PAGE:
In 1950, he met Joe Morgan, architect for the Marriott Corporation, based in Washington. The Marriott hotel chain was planning free-standing restaurants called the Hot Shoppes. Morgan commissioned Bookatz to create murals for all eight restaurants. The figurative expressionist scenes involved modern flower gardens with figures entwined. He also worked on increasingly abstract architectural details for temples, office buildings, and later frescoes for eight elder housing buildings by D.C. developer Joseph Della Ratta. In 1962 he developed, via a grant from the Ford Foundation, set designs for the D.C. Arena Stage. The increasingly abstract styles of painting can be seen in his works acquired by such friends as military man Jack Gross, whose art estate was bequeathed to the Harrisburg Art Association, and Pearl S. Buck.[
Through these types of commissions, portraits, and architectural design, as well as occasional commercial endorsements such as a 1954 Crayola Crayon ad in American Artist, Bookatz was able to circumvent the rigors of gallery showings and income through sales in those venues. This allowed him to develop his personal art as he wished, absent of saleability considerations. He could instead submit works to museums and occasional pieces to the New York gallery Monede. In his pursuit of works that spoke to him, he co-founded the Washington Abstraction Group with Arshile Gorky.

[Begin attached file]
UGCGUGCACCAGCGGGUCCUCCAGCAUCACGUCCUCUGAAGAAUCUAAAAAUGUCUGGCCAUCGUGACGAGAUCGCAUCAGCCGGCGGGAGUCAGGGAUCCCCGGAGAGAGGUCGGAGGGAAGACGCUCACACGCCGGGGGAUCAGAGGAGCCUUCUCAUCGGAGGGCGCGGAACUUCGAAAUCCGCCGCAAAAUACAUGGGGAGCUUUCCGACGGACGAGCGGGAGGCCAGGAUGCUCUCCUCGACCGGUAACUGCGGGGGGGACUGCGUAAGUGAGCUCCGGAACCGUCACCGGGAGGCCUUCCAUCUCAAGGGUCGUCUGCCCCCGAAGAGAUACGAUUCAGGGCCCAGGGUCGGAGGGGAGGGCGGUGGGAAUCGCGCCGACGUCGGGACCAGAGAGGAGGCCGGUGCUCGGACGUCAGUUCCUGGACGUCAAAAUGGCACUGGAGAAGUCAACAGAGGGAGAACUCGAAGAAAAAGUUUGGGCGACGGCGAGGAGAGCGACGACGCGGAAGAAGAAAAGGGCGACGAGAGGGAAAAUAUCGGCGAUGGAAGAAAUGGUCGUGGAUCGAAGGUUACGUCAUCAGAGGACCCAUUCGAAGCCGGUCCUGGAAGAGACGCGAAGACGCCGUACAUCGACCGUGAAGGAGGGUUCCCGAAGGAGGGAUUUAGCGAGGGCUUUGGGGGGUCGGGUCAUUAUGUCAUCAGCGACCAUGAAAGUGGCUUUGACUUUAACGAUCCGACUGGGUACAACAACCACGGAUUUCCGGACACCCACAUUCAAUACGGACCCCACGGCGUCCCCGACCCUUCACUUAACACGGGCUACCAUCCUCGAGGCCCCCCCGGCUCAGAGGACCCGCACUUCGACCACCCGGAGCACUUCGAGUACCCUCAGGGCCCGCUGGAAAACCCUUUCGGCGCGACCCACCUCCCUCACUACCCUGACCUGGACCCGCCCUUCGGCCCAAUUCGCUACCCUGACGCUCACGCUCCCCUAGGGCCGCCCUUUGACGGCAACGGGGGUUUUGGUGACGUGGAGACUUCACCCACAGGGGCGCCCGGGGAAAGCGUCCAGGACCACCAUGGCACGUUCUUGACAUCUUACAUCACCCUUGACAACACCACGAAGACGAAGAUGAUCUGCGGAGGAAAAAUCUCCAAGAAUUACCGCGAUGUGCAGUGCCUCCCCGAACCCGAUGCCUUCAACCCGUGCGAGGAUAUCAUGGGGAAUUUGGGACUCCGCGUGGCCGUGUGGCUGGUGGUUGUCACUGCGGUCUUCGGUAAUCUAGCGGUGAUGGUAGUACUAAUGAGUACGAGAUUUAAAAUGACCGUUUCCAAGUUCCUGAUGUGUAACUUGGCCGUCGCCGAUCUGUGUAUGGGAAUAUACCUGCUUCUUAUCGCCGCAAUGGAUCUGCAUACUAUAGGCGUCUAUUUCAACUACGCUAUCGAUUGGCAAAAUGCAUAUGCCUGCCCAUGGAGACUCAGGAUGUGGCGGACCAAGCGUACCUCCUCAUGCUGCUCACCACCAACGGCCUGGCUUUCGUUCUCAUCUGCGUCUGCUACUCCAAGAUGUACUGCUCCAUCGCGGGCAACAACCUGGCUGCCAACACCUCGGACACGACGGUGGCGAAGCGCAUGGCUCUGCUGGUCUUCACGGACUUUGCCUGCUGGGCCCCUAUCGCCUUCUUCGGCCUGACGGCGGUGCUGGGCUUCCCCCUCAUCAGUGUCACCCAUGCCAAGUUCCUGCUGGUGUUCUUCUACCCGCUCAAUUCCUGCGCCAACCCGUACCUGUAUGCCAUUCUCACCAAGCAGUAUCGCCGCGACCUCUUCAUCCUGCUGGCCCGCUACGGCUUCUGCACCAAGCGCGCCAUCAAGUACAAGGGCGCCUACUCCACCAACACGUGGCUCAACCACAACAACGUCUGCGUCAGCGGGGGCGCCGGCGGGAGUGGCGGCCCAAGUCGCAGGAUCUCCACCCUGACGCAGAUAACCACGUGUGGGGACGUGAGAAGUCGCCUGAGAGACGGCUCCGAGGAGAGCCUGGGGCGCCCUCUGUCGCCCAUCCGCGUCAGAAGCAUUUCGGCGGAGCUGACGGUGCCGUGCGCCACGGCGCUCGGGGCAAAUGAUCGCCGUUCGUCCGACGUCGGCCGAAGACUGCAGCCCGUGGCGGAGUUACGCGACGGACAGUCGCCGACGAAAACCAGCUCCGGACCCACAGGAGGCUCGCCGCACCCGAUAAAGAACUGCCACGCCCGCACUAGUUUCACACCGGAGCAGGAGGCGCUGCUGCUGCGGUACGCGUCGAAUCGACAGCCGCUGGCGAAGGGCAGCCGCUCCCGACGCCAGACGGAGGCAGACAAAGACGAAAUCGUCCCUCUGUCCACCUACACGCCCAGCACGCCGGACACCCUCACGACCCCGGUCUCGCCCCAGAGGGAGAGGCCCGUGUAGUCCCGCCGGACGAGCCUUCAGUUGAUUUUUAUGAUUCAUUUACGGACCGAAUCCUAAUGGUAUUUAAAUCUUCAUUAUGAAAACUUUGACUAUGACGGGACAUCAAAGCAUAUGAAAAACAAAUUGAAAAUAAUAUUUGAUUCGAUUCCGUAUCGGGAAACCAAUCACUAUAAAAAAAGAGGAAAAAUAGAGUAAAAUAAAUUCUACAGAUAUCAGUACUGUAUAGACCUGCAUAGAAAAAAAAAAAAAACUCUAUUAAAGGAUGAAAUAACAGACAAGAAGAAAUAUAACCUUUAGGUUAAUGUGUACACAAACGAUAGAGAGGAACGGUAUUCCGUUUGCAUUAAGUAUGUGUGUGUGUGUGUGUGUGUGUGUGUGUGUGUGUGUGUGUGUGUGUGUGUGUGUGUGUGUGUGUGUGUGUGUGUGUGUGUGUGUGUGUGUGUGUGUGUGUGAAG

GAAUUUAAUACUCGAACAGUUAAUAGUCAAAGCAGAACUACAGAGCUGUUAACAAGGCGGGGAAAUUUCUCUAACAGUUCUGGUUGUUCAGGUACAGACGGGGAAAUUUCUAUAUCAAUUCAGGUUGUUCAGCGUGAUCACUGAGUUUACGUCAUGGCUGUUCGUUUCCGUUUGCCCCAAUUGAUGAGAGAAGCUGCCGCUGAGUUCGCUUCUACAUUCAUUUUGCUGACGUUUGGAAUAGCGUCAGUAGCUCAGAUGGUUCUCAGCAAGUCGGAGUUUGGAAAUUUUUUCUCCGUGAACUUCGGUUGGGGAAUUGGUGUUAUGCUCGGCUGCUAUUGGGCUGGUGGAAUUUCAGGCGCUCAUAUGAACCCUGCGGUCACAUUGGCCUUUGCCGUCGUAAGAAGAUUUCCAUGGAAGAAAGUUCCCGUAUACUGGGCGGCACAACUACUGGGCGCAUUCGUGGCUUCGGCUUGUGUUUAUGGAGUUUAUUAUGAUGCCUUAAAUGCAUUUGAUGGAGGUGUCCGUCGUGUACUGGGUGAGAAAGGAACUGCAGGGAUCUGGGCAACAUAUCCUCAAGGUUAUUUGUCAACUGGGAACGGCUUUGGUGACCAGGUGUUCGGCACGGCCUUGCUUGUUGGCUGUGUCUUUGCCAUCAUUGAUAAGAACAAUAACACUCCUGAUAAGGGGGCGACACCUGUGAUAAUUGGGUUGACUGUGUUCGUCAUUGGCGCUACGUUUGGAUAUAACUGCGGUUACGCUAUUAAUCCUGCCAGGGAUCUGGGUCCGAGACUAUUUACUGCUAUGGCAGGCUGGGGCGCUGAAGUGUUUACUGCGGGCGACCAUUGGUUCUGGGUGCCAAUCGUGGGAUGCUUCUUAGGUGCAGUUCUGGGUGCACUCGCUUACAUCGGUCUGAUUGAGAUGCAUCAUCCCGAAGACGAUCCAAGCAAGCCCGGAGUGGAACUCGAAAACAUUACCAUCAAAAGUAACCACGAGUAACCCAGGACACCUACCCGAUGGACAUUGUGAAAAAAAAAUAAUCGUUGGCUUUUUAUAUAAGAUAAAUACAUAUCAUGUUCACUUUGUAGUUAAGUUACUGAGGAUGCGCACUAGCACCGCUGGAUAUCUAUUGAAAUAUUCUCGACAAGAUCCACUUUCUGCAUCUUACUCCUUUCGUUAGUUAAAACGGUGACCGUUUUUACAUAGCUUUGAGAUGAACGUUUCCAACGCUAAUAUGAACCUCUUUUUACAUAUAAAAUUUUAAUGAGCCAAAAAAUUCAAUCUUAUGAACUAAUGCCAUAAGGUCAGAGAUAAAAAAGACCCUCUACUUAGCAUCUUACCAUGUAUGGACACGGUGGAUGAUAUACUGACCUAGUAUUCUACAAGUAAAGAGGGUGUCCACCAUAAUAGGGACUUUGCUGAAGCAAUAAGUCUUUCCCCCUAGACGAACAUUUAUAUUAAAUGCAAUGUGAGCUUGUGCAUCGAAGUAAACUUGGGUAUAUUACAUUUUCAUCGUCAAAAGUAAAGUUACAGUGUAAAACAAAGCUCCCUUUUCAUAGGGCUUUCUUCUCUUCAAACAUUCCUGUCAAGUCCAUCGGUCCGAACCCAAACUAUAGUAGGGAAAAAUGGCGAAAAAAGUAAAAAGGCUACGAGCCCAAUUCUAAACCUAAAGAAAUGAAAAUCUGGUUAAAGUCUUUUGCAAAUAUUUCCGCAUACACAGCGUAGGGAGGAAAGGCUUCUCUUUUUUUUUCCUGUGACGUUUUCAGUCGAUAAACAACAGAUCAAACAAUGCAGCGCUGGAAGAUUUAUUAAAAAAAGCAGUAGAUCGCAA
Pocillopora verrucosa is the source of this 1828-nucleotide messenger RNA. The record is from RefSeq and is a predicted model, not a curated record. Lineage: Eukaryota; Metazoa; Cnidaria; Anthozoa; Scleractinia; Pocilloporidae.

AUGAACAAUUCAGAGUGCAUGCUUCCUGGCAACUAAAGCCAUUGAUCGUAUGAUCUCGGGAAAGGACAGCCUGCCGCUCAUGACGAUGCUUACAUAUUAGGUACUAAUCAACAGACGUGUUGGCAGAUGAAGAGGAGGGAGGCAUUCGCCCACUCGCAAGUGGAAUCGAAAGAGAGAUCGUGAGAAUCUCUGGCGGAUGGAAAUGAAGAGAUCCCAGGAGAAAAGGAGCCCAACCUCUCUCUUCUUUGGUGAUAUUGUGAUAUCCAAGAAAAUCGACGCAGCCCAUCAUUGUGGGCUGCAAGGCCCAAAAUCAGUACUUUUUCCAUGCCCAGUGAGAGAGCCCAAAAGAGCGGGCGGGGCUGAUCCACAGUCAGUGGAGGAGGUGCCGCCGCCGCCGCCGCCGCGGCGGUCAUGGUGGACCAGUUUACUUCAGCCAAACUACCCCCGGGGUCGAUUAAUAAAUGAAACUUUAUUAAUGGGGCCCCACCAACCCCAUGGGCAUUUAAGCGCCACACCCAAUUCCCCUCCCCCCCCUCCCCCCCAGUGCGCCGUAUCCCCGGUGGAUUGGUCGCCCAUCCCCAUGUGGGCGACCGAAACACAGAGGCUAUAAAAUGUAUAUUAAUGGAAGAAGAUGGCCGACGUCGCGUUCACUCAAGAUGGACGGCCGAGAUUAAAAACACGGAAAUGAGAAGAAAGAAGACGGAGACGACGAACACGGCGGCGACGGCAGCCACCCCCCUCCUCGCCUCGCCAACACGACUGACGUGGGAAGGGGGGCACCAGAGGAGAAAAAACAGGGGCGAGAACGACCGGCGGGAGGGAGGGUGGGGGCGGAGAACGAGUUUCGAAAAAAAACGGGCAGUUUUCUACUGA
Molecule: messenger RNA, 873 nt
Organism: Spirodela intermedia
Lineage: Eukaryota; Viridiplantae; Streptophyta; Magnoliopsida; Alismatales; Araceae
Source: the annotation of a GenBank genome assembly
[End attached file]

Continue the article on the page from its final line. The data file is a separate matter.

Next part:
In 1964, Bookatz married Helen Suzzann Meyer, and purchased a D.C. building to open a larger studio and the Bookatz Gallery. He later bought a different building in 1967 and again in 1973, always locating in D.C. Over the subsequent decades he worked in a style in which he moved from painting to painting in a single day, developing the canvasses over a period of time: "I can work on 12 canvasses in a one day ranging from realist to abstract." He showed less frequently in New York and other galleries, having his own display space in the building where his art studio was housed. He thereby amassed, over the decades, over 5,000 pieces. In 1999, he had a second one-person exhibition at the Corcoran.
After the turn of the century, as he passed age 90, Bookatz conducted a search with the assistance of the Corcoran for a commercial gallery to handle sales of the paintings. In 2006 he selected a gallery in the Cleveland area, a nod to his childhood city. Since his death at age 99, the vast majority of his paintings, numbering in the thousands, are being overseen by the Bookatz Foundation. Samuel Bookatz was survived by his wife, Sue. He was buried in Arlington National Cemetery in January 2010.